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Franois Amigorena,
User Rank: Author
8/29/2014 | 9:04:20 AM
Re: Regulators
Thanks for your comment. I agree, it's always tempting to cut corners and perhaps we do need more stringent standards. Technology that can help organisations meet those standards more easily has a part to play too though.
Alison_Diana
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Alison_Diana,
User Rank: Moderator
8/29/2014 | 9:02:41 AM
Re: The culture of the organization.
You are right on the money. I remember when HIPAA first came out, and security and compliance experts were excited that they finally had a stick to wave. Well, they didn't -- because nothing happened when companies were not compliant with HIPAA. Now the government is finally taking action against organizations that aren't HIPAA-compliant, they do have something to back up their cautionary words; in the case of smaller organizations, which are equally culpable, a $100K fine can be make or break. But in the case of a huge multi-million dollar operation, that fine may be cheaper than actually being compliant. Unless the culture demands compliance and is committed to security, governance, and security -- and that has to come from the top.
aws0513
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aws0513,
User Rank: Ninja
8/29/2014 | 8:39:42 AM
The culture of the organization.
In my IT security experiences, the level of attention to compliance by the security team was directly affected by the amount of management emphasis on the need for security and security compliance.

I am all about security compliance.  As a matter of fact, I tend to focus on not just compliance, but operationalization of compliance.  The establishment of policies and standards is first, followed closely by procedures and processes.  But it is the persistent utilization of those procedures and processes that really make security programs effective.

I also use compliance as a stick when I need to convince system owners and management that a certain control solution is necessary.  Often, it is the only stick I have.

The problem has commonly been that some organizational management still sees security as just overhead.  Security rarely contributes to the bottom line unless the organization business is security.  I have been in situations where the marketing team had more respect for the security aspects of the business than the corporate management.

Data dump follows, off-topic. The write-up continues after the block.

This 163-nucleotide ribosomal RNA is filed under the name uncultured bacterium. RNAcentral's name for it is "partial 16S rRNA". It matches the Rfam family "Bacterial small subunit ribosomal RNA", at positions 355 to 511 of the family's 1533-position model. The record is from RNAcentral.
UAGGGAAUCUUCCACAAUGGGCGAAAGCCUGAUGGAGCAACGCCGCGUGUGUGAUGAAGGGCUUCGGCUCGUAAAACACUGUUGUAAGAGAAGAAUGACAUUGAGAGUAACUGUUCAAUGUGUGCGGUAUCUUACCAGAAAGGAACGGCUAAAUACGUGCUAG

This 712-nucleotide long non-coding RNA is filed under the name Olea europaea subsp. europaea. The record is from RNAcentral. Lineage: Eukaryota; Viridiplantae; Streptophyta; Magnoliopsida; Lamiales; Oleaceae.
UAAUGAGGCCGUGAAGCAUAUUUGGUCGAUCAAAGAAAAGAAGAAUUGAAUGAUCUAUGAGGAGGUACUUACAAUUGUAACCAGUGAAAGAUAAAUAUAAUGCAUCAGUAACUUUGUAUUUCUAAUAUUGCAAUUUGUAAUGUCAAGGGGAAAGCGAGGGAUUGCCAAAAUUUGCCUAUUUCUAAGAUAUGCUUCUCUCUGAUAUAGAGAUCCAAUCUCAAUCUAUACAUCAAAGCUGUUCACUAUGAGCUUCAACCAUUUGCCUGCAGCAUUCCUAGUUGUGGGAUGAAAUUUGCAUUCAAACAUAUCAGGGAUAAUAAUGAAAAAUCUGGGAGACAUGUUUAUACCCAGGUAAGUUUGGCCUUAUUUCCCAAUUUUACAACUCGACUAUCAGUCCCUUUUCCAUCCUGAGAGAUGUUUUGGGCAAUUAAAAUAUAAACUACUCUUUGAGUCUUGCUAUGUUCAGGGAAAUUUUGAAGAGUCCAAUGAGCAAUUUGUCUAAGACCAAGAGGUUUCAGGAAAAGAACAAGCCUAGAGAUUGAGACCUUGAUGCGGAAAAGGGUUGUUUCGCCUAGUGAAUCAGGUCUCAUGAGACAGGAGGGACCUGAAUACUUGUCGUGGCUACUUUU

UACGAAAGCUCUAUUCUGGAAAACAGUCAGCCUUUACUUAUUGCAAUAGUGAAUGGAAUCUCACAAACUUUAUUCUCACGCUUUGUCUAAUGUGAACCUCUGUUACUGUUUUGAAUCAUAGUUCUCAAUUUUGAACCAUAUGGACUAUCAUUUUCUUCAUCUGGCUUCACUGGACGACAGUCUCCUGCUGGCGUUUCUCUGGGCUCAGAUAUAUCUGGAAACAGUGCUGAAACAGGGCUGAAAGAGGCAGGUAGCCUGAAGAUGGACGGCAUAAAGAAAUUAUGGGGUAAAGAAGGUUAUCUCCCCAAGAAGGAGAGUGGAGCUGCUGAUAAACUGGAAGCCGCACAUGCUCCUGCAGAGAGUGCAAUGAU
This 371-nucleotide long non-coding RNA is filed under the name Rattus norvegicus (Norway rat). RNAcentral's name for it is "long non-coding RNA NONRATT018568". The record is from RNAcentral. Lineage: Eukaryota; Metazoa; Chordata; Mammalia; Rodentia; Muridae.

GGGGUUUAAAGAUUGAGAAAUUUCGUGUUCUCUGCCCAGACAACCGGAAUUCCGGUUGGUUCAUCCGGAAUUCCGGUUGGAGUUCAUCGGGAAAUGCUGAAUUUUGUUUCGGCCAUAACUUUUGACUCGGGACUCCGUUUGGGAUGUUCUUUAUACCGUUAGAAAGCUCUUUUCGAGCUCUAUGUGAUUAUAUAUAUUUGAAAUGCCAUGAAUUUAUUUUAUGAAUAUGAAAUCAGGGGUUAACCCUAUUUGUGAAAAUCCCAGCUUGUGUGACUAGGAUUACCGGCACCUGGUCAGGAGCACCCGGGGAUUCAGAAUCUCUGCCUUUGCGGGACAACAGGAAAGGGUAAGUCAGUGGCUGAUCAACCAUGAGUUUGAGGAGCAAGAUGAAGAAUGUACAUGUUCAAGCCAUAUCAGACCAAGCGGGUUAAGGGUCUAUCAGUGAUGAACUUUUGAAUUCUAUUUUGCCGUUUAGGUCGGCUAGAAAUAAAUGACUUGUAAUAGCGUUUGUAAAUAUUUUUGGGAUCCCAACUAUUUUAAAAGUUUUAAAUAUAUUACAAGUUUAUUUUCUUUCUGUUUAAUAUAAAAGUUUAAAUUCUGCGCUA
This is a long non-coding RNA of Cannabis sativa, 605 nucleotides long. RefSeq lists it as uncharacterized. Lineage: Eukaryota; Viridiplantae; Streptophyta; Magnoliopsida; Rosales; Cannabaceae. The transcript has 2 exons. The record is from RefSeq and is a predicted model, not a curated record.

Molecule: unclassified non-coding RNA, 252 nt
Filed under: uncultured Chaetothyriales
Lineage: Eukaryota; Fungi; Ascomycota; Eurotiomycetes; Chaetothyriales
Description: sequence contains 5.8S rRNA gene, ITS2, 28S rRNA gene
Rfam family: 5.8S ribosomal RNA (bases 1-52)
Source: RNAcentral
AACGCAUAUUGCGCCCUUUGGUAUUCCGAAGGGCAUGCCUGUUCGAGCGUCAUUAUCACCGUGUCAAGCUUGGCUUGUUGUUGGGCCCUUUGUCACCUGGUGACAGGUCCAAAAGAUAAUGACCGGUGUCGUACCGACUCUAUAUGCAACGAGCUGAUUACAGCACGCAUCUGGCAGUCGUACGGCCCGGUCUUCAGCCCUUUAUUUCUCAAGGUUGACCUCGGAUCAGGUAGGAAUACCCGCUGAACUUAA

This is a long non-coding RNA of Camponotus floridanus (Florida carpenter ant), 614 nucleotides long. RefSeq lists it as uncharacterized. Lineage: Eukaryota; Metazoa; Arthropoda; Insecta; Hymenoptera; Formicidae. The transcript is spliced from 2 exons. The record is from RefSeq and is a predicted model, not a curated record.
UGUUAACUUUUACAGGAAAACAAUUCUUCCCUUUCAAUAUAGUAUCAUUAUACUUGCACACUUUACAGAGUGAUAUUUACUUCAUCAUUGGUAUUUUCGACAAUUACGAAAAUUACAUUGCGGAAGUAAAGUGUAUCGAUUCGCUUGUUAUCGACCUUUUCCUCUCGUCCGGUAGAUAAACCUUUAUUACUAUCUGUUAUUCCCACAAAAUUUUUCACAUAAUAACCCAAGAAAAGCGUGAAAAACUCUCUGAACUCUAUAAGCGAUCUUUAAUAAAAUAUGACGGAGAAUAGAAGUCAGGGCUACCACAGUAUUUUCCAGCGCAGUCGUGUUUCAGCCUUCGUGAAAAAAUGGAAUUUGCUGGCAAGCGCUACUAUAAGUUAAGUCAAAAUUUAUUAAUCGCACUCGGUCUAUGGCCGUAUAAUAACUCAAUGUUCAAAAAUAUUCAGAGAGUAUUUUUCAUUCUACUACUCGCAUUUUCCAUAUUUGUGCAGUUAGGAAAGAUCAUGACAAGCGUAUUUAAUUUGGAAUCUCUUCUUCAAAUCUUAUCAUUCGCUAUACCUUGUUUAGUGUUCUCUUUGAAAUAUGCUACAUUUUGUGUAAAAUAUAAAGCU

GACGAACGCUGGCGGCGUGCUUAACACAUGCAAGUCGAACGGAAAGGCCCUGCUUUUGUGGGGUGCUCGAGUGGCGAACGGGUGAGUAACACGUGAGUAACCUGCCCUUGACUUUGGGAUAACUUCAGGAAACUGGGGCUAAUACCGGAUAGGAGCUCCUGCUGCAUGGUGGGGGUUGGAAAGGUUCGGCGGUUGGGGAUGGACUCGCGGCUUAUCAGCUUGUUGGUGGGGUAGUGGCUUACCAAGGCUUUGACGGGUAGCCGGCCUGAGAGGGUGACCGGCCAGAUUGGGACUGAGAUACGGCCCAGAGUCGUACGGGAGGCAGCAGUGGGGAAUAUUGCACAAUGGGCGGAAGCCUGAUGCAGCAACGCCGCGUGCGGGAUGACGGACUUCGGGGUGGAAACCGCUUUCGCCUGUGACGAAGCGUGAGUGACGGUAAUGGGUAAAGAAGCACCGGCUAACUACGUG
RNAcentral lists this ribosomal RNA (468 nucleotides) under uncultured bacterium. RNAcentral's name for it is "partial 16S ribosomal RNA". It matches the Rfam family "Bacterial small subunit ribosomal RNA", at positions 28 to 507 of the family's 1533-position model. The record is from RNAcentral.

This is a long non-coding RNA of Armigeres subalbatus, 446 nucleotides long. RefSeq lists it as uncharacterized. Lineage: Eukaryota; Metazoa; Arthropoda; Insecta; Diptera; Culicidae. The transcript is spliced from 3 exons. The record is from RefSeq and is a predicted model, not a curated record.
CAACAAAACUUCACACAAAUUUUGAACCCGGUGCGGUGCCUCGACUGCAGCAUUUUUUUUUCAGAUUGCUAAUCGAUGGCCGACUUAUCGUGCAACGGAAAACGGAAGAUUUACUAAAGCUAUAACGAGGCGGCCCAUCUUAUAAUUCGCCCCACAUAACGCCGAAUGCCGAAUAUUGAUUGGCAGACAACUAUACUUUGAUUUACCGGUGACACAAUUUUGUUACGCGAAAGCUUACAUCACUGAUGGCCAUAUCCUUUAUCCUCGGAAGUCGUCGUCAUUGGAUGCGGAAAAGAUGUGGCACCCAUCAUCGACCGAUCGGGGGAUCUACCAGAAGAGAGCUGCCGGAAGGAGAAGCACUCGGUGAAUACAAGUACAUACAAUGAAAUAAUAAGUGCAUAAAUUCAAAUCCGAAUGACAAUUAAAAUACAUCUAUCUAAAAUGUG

The lax attitude by management directly affects the security team.  Even if a security team is ambitious about compliance, they quickly lose any motivation when running into a wall of management that falls asleep during discussions about security.  This demotivation is also augmented when management is slow to assist in obtaining resources to implement necessary controls to meet compliance.  It is the classic "why should I even try anymore" attitude that eventually defines the compliance culture of the security team and the entire organization.

It all comes down to the corporate culture established by the top management team.  If they consider security to be integral to their entire operations, then compliance will be much more evident in the security team plans and activities.
Cybdiver
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Cybdiver,
User Rank: Apprentice
8/29/2014 | 8:36:28 AM
Re: More Details Please
A perfect answer in my opinion.  The lack of technical understanding and support at the top levels of managment are usually the source of lack of compliance. 

Unfortuantly while they tout how much they want to be in compliance they forget the human factor is part of the securtiy too and fail to enforce the very rules of compliance required.  Getting a computer to cooperate is easy,  getting the board of directors and C level officers to follow rules is another trick.
Marilyn Cohodas
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Marilyn Cohodas,
User Rank: Strategist
8/29/2014 | 8:07:25 AM
Re: Regulators
There is a definitely a disconnect between being compliant enough to meet a low regulatory bar and being compliant to a regulation to improve an organization's'security profile. But @RyanSepe, do you think its an enforcement problem? In other words, will companies take better precautions if they know the penalties (outside of the cost of a breach) will be tougher?